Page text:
Learn the basics of this delicious shellfish, from what they look like to where they live, and most importantly: the best ways to cook them
Before throwing these beloved bivalves on the grill or completing the perfect pan sear, spend a moment mastering the basics of scallops, both bay and sea varieties. And after answering your *searing* questions about where these delicious shellfish come from and the best time of year to buy scallops, we’ll share our favorite bay and sea scallop recipes
Scallops are a type of bivalve mollusk, meaning the interior muscle is surrounded by two shells similarly to oysters, mussels, and clams. Inside the shell, sea scallops have a white adductor muscle (the part we eat) that opens and closes the shell, as well as a bright orange section called the coral. The muscle is round and tender when cooked, with both a touch of sweetness and briny saltiness. The coral is also edible, but is not typically consumed in the U.S. There are two types of scallops: Bay scallops and sea scallops. The bay variety are smaller (about the size of a dime) and more tender, while sea scallops are larger, growing as big as two inches
What Do Scallops Look Like?
The shell of a scallop has the classic fanned out shape so symbolic of maritime décor. But watch out: Unlike their other bivalve buddies, scallops can swim across the ocean floor—quite quickly!—by clapping their shells together. Scallops also have bright blue eyes. Yes, you read that right: Scallops have anywhere from 50 to 100 small, bead-like blue eyes along the edge of their shell’s opening that they use to detect dark, light, and motion. They even use their retinas to focus on light, similarly to human eyes
Where Do Scallops Come From?
Bay scallops are typically found in bays, estuaries, and shallow waters on the East Coast, living in the reedy seagrasses. Many scallops that are consumed in the U.S. are imported from China and Mexico, as their domestic populations have dwindled in recent decades. Efforts to reinvigorate the population of Chesapeake Bay scallops by the Virginia Institute of Marine Science and founders of Rappahannock Oyster Company have shown great promise: In 2017, they brought down 400,000 scallop seeds from Falmouth, Massachusetts, and are refining their grow-out techniques for commercial harvests. You can also dive for these smaller mollusks in Northwest Florida from July to early October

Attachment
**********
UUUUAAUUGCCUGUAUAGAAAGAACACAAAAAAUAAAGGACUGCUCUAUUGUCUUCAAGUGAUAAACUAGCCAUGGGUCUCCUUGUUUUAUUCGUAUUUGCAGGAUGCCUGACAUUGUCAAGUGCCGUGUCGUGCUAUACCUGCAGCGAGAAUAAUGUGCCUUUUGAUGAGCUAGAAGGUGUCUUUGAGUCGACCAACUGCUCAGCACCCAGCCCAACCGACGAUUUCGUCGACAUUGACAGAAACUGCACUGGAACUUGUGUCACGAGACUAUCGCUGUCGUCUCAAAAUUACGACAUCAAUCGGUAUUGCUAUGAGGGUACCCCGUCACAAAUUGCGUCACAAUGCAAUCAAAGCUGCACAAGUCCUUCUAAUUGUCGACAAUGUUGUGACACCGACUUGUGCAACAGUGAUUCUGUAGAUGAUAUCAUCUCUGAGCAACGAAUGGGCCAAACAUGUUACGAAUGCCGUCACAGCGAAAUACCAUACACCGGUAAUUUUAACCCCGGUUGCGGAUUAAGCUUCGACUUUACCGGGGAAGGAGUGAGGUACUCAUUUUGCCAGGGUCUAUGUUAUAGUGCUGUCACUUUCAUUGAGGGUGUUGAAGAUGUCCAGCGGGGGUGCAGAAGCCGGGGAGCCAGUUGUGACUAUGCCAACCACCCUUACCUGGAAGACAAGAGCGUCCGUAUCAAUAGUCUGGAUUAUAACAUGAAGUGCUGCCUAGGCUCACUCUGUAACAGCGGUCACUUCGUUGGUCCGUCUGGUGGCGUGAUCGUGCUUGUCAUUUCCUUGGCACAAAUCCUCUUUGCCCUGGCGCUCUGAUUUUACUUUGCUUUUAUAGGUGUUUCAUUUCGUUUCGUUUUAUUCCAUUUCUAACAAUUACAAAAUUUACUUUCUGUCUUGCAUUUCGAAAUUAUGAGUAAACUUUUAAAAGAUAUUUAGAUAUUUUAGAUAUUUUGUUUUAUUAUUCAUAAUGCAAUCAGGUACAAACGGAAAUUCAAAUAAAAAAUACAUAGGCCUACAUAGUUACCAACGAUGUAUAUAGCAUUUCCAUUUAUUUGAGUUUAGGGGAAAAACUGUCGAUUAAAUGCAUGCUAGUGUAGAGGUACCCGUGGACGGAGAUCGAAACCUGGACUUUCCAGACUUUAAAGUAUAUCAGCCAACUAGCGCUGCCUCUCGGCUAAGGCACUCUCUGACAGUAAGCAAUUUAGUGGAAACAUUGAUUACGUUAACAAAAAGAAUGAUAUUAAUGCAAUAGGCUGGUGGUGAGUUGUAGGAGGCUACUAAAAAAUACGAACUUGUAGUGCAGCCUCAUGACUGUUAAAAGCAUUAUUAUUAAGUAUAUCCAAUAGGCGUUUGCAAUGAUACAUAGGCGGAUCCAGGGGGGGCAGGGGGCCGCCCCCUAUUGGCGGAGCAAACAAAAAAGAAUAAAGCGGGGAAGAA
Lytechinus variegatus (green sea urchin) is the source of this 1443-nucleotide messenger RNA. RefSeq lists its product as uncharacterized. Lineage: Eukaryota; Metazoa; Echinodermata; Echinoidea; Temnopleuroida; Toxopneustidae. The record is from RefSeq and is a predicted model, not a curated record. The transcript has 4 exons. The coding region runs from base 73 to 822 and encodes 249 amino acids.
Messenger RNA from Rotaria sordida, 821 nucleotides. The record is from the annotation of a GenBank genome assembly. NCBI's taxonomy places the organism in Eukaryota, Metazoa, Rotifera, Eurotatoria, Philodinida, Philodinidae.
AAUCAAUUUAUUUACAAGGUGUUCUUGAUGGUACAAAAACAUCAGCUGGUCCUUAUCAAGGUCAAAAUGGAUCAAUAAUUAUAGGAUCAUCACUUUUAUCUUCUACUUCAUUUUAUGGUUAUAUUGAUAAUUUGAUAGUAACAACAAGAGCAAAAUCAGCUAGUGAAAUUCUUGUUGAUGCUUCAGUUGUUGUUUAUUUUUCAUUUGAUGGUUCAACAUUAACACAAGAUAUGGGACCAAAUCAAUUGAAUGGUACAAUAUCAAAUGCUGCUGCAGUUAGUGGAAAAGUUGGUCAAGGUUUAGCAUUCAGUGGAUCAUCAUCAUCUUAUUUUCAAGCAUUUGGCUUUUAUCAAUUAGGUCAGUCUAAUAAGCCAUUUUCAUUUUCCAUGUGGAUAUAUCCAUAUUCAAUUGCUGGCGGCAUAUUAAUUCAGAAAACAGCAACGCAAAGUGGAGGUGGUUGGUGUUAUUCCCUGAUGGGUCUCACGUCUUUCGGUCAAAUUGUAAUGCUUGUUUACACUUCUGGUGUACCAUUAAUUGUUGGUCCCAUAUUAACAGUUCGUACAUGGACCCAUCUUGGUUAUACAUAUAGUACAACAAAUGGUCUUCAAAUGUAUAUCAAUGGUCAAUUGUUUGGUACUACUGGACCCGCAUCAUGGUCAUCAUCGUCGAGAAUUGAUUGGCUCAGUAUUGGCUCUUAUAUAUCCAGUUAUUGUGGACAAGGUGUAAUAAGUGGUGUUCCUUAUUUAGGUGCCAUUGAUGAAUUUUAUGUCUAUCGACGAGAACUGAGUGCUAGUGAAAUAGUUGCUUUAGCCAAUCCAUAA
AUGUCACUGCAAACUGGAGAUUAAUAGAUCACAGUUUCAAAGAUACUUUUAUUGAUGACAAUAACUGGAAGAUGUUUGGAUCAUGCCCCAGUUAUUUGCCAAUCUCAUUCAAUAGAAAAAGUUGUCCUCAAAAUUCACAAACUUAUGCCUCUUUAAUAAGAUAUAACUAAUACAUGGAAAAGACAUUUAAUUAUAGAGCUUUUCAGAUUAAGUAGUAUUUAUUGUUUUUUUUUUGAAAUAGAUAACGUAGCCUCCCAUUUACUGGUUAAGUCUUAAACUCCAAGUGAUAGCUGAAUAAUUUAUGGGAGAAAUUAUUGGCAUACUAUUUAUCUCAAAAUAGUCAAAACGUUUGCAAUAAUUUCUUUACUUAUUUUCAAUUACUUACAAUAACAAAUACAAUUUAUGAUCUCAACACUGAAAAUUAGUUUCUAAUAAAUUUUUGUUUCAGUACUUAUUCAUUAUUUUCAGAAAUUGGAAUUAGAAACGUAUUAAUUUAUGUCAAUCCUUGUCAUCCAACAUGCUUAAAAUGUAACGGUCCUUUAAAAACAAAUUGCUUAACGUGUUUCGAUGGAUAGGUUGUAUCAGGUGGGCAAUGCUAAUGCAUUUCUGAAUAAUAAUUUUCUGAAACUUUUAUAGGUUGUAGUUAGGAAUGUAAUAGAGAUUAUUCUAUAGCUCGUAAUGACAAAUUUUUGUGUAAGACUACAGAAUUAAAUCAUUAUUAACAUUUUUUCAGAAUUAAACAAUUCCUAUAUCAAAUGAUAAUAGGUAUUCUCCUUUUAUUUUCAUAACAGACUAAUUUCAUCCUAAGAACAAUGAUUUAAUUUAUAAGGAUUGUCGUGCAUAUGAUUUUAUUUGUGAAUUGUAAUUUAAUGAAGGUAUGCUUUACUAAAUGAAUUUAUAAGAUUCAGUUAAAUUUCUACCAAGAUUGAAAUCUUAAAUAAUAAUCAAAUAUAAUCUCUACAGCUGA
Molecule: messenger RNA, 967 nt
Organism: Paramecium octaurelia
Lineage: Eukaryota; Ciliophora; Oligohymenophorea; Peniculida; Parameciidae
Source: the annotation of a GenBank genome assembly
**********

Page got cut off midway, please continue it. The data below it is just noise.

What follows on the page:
Sea scallops are found in deep, cold ocean waters—up to 200 meters deep—around the world. In the U.S., they are typically caught in the Northwest Atlantic Ocean, from Newfoundland to Cape Hatteras, North Carolina
When Is Scallop Season?
Scallops reach peak harvests during late fall and winter. They’re typically available year-round, but seek them out during the last few months of the year for the freshest catch
How to Cook Scallops
When cooking scallops, it’s important to note that methods differ slightly for bay and sea scallops. With sea scallops’ chewy texture, they lend themselves better to searing, in order to create a just-right crispy exterior. Sweeter, more delicate bay scallops cook quickly and are best for quick sautés, broiling, and gentle poaching. Grilling yields delicious results for both bivalves, just be sure to use skewers so as to not lose any precious scallops and to facilitate easy flipping. Always pat scallops dry before tossing on the grill, too. When prepared properly, both scallop varieties offer tender, sweet-yet-briny goodness and shine in dishes with simple preparation